The research community is reacting with alarm and anger to the National Institutes of Health’s (NIH’s) abrupt and unusual termination of a grant supporting research in China on how coronaviruses—such as the one causing the current pandemic—move from bats to humans.
Outbreaks and Epidemics
The NIH announced a $1.5 billion initiative to speed breakthroughs in diagnostic tests for the virus that causes COVID-19.
A Philadelphia teacher worries about her students as they face extraordinary challenges during COVID-19.
Christian Drosten is one of the world’s foremost experts on coronaviruses; his career has closely tracked their emergence as a global threat. Now, he is also a popular—if nerdy—hero.
Among the many surprises of the new coronavirus is one that seems to defy basic biology: infected patients with extraordinarily low blood-oxygen levels, or hypoxia, scrolling on their phones, chatting with doctors, and generally describing themselves as comfortable. Clinicians call them happy hypoxics.
Add the looming threat of a pandemic to a toxic stew of disadvantages in St. Louis communities.
German states may now be making decisions that will come back to haunt the country.
In the fierce global battle to acquire life-saving ventilators, Paraguay faces a slew of challenges.
Researchers are already developing more than 100 treatments and vaccines to stem the COVID-19 pandemic.
What awaits the sickest COVID-19 patients after they leave the hospital?
To the older generation of the Paiter Surui, the COVID-19 pandemic looks disturbingly familiar.
Some study authors use serology data to call for easing lockdowns, but critics push back.
Papua New Guinea has the highest rate of tuberculosis in the Pacific, and the epidemic is being described as a national disaster.
The India-Pakistan border overflows with heroin. Journalist Michael Edison Hayden and photographer Sami Siva report from the afflicted communities to find out what, if anything, can be done about it.
After dozens of vaccination workers were killed in Afghanistan, polio once again began to spread into the borderlands. The same strain is now re-surfacing in Syria.
To assist Liberia in containing Ebola, the US turned to its soldiers from Iraq and Afghanistan from the most battle-hardened unit in the US Army. How does an infantry division fight a disease?
The current Ebola outbreak has been seen through the lens of terror and failure, but the untold stories of the epidemic hold heroism and hope.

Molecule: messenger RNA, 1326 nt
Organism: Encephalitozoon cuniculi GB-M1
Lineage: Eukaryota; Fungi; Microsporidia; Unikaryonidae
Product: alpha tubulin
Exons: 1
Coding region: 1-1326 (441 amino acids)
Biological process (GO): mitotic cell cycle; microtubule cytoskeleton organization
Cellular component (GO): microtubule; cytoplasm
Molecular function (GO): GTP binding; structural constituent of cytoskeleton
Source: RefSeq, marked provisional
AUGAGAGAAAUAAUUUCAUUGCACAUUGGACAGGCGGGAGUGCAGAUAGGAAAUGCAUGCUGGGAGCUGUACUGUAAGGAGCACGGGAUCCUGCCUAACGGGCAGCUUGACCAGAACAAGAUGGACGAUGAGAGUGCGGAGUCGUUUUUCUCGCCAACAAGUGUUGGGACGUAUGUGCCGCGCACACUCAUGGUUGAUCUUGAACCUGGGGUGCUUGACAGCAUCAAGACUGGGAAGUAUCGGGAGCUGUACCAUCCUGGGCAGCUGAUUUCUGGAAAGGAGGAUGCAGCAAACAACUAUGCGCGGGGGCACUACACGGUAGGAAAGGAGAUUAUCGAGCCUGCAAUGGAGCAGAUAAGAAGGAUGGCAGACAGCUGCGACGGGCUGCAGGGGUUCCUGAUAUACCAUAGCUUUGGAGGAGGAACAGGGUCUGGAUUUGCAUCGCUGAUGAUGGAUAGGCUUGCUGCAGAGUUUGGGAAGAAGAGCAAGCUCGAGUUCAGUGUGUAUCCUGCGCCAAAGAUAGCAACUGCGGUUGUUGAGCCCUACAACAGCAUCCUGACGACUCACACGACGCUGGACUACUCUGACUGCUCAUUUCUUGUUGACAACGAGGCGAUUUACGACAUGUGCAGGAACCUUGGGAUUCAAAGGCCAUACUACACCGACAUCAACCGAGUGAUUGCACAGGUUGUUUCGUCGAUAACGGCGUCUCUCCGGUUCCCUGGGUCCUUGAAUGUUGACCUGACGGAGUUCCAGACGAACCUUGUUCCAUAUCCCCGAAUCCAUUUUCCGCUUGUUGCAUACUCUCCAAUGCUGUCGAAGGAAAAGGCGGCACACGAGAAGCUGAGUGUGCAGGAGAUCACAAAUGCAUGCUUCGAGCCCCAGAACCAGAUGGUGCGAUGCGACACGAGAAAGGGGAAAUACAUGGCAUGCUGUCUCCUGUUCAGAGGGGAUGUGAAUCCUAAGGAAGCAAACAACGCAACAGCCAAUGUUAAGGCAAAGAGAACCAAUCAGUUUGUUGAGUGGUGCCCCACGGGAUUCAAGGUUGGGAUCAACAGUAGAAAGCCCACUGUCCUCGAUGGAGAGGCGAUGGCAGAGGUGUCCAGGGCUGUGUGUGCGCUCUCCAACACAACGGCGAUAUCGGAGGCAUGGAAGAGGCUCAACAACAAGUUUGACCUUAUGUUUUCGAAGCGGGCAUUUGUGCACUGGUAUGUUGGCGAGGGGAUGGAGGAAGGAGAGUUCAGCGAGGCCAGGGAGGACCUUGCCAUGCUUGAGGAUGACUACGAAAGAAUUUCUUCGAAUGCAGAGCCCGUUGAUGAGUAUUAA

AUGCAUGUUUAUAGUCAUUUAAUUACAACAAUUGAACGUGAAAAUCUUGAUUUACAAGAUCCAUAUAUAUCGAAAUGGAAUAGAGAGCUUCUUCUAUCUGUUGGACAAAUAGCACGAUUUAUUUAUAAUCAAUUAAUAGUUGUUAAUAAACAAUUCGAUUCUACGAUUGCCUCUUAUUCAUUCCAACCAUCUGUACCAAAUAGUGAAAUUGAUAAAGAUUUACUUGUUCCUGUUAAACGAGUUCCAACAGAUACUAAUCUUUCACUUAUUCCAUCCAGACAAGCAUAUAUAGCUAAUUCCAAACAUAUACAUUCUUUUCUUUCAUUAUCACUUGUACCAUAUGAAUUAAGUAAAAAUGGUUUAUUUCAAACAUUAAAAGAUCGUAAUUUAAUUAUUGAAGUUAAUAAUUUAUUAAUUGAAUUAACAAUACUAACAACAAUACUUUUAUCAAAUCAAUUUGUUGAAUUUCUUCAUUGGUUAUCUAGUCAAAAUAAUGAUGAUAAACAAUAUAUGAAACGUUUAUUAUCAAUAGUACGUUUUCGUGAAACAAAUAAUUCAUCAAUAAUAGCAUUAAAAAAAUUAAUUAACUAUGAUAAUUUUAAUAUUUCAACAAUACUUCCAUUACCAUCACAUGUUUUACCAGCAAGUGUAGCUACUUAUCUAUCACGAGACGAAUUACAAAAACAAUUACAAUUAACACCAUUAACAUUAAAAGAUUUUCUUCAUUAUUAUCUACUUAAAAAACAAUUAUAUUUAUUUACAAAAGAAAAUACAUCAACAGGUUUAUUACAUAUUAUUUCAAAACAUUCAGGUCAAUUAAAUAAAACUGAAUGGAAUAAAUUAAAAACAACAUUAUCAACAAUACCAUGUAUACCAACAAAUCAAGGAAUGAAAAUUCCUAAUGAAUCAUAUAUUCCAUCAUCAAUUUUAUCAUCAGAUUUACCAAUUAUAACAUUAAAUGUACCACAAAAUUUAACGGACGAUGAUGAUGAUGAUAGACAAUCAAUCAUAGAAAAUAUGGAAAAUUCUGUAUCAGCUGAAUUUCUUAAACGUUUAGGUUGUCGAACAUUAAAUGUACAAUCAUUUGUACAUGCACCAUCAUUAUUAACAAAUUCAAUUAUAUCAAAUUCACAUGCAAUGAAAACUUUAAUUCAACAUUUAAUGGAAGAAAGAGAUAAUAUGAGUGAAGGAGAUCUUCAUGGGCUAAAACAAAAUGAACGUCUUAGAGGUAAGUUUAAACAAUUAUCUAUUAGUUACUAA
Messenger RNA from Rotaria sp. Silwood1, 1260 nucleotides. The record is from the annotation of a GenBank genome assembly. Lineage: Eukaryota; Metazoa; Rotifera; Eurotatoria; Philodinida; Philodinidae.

Research during a disaster can seem frivolous when there aren’t enough resources to handle the immediate response. But in the Ebola outbreak it's become clear that data collection must happen now.
A scientific detective story that crisscrosses the globe, tracing the origins of HIV and its lessons for today.
Russia's government crackdown on the LGBT community is fueling an alarming increase in the AIDS epidemic in Russia. New infections increased by 10 percent in 2013.
Vietnam has less than 30 percent of the funding needed to fight tuberculosis. With only the most basic treatment programs, the country may soon be faced with the spread of a drug-resistant strain.
Jamaica is proud of its religious tradition, but how has the Jamaican church responded to the complex challenges of HIV/AIDS in a changing society?
Tuberculosis is the leading cause of death in South Africa. Drug resistance is now so strong that patients are sent home to die. However, new drugs are being made available through trials or NGOs.
Several African countries are preemptively treating children for malaria after trials found the measure drastically lowers deaths. Will on-the-ground results be as promising?
Jon Cohen discussed his reporting on HIV/AIDS with University of Michigan students.
This week: the rise of zoonotic diseases, what really happened in the U.S. raid on Yemen, and Afghan's rule of law.
Multimedia journalist Carl Gierstorfer won Germany's Grimme award for his documentary, "We Want You to Live."
We Want You to Live - Liberia’s Fight Against Ebola is a documentary by Pulitzer Center grantee Carl Gierstorfer.
Pulitzer Center journalists Misha Friedman, Jon Cohen and Amy Maxmen spoke to 425 people about their work featured in the e-book "To End AIDS" at different events in the San Francisco area last week.
The Mercury News reported on a recent Pulitzer Center education team visit to Palo Alto High School.
Journalist Amy Maxmen receives prestigious science-writing prizes for reporting on Ebola and other diseases
Dara Mohammadi recognized for his reporting on Huntington's Disease and a new gene therapy that many sufferers may not be able to afford.
For the first time in six years, the UN has acknowledged responsibility for a cholera outbreak in Haiti that has killed thousands.
From discussing the role of journalism in ending the epidemic to focusing on women and HIV, Pulitzer Center-supported journalists present their reporting in panels, workshops and exhibitions.
"Signs of Identity" is recognized for Zalcman's "creative approach" to documenting the lives of those who survived Canada's Indian Residential Schools.
Recognition latest in awards for documentary examining homophobia in Jamaica.